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March 11, 2008

R.I.P.: Sorrentino, Yang, Ichikawa

Michael Blowhard writes:

Dear Blowhards --

When you aren't a devoted newsbuff -- and I'm not -- contempo events sometimes just slip by you. It was only recently that I caught up, for instance, with the fact that three artists whose work I'm very fond of died in the last few years.

* The novelist and critic Gilbert Sorrentino. Sorrentino was as experimental and hardcore-modernist as it gets: For him a piece of fiction wasn't a story with characters, it was a construction of words and letters. Downside: His books often lost themselves in intellectual gamesmanship. But -- perhaps despite himself -- a few of his novels delivered real guts and feeling. They paid off emotionally; in them, the modernist strategies felt like fresh ways of presenting juicy subjects. Born in Brooklyn, Sorrentino taught in later years at Stanford, and the longer he was a professor the more ingrown his fiction became. Still, in "Aberration of Starlight" and "The Sky Changes," he combined virtuosity and sophistication with a lot of earthy Brooklyn soul and humor. He was also an excellent critic of modernist poetry.

* The filmmaker Edward Yang, who died in June of last year at 59 of colon cancer. Although Taiwanese, Yang worked in the tradition of the Euro-American cinema. No kabuki here, and no crazed action or fable-like ghost stories either. Instead, he made films that feature three-dimensional "humanity" in the western sense. (Yang grew up on Taiwan; went to college at the University of Florida, where he earned an engineering degree; and was living in L.A. when he died.) The film of Yang's to start with is the 2000 "Yi Yi," a quiet, expansive-yet-intimate work that bears comparison to Chekhov and Renoir in its patience, its unforced curiosity, and its willingness to let characters and situations reveal themselves in their own time.

* The Japanese filmmaker Kon Ichikawa, who died in February at 92. I'm not as crazy about some of Ichikawa's more famous movies ("Fires on the Plain," "The Burmese Harp") as many are. But I love-love-love many of his other films, and am happy to think of him as one of the true giants of the Japanese cinema, the equal of Ozu, Kurosawa, and Mizoguchi. If Ichikawa wasn't as well-known as the Big Three perhaps it's because he worked in a really wide variety of genres and styles, and that made him a hard one to nail down. But to each of the films of his that I've seen he brought a distinctive technical brilliance, a snakecharmer's psychological insight, and a wicked perversity of attack. My viewing tip: Start with his documentary "Tokyo Olympiad" -- genius stuff. And hope that one day his brilliant Tanizaki adaptations "The Key" and "The Makioka Sisters" will be brought out on DVD.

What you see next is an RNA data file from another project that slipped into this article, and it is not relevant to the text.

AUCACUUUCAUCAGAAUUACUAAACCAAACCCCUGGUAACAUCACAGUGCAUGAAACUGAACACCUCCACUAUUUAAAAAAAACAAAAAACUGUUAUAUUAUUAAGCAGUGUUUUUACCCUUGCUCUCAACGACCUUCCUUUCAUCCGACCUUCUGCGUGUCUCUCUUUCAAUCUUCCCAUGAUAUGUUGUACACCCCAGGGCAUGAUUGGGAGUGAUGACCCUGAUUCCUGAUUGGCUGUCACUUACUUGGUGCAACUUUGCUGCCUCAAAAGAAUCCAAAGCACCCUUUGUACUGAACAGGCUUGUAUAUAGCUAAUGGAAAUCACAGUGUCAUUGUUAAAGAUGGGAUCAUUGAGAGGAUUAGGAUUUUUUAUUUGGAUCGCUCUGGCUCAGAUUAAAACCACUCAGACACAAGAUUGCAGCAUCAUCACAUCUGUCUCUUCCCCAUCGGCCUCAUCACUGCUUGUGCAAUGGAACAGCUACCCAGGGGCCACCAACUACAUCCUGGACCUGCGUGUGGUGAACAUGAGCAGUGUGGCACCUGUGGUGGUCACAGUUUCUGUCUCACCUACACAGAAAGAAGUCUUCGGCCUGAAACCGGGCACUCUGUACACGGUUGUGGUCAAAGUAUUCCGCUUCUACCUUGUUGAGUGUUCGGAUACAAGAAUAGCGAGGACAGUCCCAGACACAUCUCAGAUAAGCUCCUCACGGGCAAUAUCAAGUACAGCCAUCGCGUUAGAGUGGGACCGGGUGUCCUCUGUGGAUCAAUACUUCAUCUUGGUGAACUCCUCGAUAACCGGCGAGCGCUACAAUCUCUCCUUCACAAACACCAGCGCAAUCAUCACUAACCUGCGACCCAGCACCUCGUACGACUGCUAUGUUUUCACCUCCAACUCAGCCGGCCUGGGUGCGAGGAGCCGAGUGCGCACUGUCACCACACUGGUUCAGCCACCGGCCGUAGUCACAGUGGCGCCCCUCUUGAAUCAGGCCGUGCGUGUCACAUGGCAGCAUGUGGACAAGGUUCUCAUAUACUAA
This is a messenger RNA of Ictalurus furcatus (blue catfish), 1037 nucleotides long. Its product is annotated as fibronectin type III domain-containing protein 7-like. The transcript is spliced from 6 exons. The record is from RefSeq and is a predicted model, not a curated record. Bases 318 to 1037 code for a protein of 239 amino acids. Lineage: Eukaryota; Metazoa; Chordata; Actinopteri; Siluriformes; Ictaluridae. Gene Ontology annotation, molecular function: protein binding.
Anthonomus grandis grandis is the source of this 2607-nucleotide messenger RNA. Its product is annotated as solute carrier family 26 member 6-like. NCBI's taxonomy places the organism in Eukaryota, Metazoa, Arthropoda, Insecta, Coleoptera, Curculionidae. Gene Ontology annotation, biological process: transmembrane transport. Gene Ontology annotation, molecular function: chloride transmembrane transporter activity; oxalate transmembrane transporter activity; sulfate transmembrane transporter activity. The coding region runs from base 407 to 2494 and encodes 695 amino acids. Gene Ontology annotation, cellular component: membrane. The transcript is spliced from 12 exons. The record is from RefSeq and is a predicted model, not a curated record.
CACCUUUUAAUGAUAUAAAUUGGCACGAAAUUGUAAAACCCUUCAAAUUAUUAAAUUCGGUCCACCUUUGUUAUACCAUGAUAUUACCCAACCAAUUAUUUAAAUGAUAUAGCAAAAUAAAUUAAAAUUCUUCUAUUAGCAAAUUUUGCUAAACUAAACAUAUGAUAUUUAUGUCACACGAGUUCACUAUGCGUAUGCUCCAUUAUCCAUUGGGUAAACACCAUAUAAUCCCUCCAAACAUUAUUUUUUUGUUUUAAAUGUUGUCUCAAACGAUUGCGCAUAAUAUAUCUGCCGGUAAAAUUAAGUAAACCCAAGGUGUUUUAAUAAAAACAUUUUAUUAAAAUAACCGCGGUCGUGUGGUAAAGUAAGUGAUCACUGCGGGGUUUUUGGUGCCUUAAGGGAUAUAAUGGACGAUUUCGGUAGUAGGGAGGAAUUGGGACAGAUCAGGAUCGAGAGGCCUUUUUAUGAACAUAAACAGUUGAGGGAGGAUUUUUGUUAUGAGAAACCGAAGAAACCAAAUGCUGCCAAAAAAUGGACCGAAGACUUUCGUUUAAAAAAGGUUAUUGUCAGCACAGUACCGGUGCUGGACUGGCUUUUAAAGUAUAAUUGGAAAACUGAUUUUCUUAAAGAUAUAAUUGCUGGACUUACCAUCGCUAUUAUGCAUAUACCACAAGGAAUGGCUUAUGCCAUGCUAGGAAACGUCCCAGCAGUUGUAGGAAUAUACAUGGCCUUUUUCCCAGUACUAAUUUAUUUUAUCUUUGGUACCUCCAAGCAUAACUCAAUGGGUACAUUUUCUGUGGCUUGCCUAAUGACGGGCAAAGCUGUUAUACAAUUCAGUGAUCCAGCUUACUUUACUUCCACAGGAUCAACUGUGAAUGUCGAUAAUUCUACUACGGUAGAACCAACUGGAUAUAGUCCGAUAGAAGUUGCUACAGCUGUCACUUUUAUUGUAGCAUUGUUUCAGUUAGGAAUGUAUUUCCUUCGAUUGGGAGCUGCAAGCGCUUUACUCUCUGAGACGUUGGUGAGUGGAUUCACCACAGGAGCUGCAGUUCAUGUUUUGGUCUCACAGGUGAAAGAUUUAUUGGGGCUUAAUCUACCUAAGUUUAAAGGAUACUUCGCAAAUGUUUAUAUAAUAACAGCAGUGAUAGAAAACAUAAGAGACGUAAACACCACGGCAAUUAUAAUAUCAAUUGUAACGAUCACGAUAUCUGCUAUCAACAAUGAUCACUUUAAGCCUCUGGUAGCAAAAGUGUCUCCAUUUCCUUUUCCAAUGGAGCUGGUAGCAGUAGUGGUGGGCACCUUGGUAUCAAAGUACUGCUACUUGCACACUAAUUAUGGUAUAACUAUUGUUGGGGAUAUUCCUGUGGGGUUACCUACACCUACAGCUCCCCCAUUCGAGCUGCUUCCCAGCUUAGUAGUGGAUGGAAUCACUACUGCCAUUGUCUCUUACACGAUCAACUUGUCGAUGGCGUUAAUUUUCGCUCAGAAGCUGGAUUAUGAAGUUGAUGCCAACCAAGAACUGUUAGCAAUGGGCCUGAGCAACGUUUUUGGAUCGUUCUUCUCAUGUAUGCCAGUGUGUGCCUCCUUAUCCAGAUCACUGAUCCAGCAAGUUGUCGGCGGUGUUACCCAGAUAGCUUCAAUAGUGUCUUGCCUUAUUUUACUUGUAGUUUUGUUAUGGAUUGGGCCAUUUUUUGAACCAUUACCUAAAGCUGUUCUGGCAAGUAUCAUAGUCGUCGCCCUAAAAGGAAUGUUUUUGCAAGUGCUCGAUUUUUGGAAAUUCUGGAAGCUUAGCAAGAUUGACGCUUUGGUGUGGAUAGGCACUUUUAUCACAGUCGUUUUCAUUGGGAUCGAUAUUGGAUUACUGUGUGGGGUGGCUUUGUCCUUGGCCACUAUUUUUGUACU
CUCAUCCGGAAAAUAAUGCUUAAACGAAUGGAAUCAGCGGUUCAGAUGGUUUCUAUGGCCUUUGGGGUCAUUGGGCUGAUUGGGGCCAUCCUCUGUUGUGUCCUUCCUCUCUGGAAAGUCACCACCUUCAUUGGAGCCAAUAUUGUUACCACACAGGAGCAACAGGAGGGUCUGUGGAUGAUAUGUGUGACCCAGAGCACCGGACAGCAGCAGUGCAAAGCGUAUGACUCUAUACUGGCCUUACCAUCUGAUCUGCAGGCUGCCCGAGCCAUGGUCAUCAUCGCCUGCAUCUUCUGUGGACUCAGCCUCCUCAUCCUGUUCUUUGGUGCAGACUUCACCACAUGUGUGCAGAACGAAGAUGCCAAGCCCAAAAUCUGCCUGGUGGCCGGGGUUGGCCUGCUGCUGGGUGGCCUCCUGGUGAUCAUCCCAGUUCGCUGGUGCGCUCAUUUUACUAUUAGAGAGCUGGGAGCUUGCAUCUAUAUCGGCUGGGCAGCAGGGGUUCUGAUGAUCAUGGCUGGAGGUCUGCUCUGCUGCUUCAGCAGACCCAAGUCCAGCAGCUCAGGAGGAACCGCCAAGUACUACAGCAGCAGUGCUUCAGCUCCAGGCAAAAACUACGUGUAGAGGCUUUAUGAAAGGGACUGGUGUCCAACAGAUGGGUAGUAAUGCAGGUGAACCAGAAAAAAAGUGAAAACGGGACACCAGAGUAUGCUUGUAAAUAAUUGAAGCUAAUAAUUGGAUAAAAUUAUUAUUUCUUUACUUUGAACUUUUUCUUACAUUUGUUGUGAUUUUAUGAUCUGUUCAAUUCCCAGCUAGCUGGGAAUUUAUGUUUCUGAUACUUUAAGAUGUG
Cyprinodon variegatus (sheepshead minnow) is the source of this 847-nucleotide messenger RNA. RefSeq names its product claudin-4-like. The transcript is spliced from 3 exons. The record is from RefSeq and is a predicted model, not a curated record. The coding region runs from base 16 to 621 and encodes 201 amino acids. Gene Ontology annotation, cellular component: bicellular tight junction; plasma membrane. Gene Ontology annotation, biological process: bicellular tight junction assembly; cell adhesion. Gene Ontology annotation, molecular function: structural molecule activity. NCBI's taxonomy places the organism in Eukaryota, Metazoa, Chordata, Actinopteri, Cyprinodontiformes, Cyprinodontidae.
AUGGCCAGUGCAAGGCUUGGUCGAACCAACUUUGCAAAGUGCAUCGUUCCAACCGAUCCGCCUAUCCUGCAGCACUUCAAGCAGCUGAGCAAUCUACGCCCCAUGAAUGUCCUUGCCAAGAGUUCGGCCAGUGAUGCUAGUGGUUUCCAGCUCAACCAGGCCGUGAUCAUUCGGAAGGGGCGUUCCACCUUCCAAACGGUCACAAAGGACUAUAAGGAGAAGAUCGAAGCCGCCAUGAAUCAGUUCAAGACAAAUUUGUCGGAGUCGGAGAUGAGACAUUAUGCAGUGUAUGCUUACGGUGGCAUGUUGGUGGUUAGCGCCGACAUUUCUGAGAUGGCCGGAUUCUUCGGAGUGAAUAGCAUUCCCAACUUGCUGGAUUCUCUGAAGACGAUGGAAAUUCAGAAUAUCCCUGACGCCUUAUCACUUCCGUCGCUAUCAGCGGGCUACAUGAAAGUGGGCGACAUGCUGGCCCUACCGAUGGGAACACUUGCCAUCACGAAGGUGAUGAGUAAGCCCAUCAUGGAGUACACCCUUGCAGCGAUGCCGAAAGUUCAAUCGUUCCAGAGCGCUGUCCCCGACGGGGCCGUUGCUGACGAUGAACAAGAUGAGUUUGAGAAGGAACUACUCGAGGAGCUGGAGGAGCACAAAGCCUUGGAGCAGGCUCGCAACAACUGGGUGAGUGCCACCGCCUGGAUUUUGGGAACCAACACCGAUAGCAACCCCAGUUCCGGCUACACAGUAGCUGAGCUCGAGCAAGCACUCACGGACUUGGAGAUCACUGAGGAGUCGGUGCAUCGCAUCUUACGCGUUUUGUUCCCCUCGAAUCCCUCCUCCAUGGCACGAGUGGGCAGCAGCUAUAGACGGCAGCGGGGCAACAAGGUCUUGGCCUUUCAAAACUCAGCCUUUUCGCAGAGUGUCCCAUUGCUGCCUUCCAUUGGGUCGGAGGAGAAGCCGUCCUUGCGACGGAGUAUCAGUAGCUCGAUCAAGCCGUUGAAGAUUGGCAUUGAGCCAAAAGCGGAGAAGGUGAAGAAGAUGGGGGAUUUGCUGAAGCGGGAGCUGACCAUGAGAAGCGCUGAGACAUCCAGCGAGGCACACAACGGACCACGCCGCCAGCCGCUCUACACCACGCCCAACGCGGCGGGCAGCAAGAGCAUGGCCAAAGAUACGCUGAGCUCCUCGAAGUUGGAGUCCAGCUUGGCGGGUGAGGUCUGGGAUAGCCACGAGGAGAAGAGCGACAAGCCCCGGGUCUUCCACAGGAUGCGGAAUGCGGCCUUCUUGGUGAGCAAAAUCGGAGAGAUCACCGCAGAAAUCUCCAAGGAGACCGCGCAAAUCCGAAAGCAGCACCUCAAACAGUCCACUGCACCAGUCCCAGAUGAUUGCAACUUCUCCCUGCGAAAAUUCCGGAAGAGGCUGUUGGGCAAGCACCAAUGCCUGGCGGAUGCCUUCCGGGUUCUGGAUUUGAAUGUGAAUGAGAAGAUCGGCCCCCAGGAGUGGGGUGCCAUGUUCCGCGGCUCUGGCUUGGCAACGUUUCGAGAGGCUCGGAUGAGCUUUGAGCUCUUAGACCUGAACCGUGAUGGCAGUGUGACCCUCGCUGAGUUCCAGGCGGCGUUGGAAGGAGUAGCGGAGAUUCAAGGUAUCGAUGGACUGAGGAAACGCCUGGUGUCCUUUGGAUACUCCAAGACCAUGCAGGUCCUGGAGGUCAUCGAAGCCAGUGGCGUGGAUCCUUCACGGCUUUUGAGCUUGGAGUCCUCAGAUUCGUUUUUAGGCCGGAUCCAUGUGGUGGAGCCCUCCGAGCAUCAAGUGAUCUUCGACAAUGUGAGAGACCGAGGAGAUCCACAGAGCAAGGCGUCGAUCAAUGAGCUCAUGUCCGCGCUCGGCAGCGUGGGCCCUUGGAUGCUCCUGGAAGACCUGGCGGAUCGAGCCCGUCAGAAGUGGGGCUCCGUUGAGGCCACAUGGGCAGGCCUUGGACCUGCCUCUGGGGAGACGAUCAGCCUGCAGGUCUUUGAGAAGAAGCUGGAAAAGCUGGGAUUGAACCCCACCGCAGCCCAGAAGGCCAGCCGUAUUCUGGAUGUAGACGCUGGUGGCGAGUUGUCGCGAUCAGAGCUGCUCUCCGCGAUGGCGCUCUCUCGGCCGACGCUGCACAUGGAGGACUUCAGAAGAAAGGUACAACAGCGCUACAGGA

* MBlowhard Rewind: I raved about Mizoguchi's "Sansho the Bailiff" here.



posted by Michael at March 11, 2008


I thought Ichikawa's Tokyo Olympiad was rather lame, especially compared to Riefensthal's Olympic film.

I did love An Actor's Revenge though.

Posted by: Thursday on March 11, 2008 2:03 PM

It's funny how stylistic diversity (which some might equate with a curiosity of spirit) can ruin a filmmaker's reputation. Louis Malle, John Huston, Ichikawa--these are (IMO) great directors, but they've been somewhat dismissed by the academic film-snob crowd, which demands constant stylistic repetition/refinement before they'll take you seriously.

Both Ichikawa and Yang have been pretty neglected on DVD, which is a shame. Yang's A Brighter Summer Day isn't as accessible as YiYi, but it shares some of the qualities that Michael cites it for. It's just damn hard to actually see.

Posted by: Ron on March 12, 2008 8:32 AM

Thursday -- "An Actor's Revenge" rocks, that's for sure. Kinky! It's one of The Wife's very favorite movies. Wouldn't it be great to see a fresh, well-done DVD of it?

Ron -- Funny how even the elite filmsnobs can fall for the "easy to label" temptation, no? You'd think they'd be immune to it, but maybe we're all suckers in some ways. Yang certainly deserves better exposure on DVD. I don't think "A Confucian Confusion" has shown up on DVD either, has it? I liked it a lot too.

Posted by: Michael Blowhard on March 12, 2008 11:52 AM

Michael-- I'm pretty sure that YiYi is the only Yang on DVD in this country (maybe *any* country). I haven't seen Confucian Confusion, though now that you mention it I think I have a bootleg copy of it that I've never gotten around to watching. Something to do tonight!

To the film lover bred on academic/"auteurist" thinking, which tends to examine work for consistent themes and personalities, a filmmaker like Louis Malle seems something like a charlatan. Which is to say that his working methods tended to stymie attemps to fetishize/heroize him--which, it seems to me, is what a lot of auteurism sought to do to its most beloved subjects.

The bizarre thing about auteurism (or what it grew into) is that the very filmmakers it seemed geared towards supporting--the mainstream filmmakers who *did* have fairly consistent styles, themes and personalities--were routinely ignored by it once the '70s and '80s rolled around. Mazursky, early Demme, De Palma, Schepisi, Forsyth, Ballard, early Zemeckis. These guys caused barely a ripple in academic/filmsnob circles while hardcore art filmmakers and bland-merchants like Clint Eastwood were lionized.

Of course, the mainstream often ignored what I see as the more interesting populist directors as well, so it's not like the snobs were alone in that respect.

Maybe I'm the out-of-touch one? Nah :^)

Posted by: Ron on March 13, 2008 9:54 AM

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